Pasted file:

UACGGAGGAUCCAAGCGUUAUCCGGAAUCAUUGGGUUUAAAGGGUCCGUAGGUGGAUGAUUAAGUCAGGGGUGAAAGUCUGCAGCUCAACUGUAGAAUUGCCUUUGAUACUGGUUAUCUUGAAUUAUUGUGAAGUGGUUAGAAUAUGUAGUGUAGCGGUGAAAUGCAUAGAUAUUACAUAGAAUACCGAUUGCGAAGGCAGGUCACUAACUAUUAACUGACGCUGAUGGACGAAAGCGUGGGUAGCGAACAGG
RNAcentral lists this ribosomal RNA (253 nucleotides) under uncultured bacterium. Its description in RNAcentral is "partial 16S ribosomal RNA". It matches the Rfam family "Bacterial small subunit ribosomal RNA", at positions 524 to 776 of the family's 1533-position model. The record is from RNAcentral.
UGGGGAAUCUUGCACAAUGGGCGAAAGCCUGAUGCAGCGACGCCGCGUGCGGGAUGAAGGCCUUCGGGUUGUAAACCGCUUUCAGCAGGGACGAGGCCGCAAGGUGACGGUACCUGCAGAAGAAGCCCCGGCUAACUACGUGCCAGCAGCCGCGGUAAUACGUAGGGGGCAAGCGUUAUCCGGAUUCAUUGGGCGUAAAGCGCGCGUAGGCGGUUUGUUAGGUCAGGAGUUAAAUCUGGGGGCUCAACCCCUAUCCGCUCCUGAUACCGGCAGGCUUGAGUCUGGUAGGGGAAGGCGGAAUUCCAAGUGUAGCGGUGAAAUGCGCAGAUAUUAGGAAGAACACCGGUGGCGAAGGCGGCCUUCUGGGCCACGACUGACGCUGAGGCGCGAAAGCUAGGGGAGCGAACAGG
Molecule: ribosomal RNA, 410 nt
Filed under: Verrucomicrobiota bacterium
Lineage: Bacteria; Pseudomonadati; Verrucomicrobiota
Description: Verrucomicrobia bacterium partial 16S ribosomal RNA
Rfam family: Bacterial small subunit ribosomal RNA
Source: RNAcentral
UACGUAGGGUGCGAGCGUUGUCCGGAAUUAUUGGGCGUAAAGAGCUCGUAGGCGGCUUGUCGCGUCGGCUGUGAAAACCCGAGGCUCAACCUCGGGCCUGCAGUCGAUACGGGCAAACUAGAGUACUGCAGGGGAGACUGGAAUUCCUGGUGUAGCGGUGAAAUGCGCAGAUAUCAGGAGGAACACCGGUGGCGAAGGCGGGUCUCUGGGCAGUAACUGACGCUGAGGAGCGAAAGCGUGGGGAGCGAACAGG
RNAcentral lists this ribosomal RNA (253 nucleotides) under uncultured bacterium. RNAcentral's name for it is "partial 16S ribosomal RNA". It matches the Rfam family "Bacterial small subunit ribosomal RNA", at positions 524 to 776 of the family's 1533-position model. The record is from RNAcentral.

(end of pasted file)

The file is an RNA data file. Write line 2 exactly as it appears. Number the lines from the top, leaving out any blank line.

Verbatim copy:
RNAcentral lists this ribosomal RNA (253 nucleotides) under uncultured bacterium. Its description in RNAcentral is "partial 16S ribosomal RNA". It matches the Rfam family "Bacterial small subunit ribosomal RNA", at positions 524 to 776 of the family's 1533-position model. The record is from RNAcentral.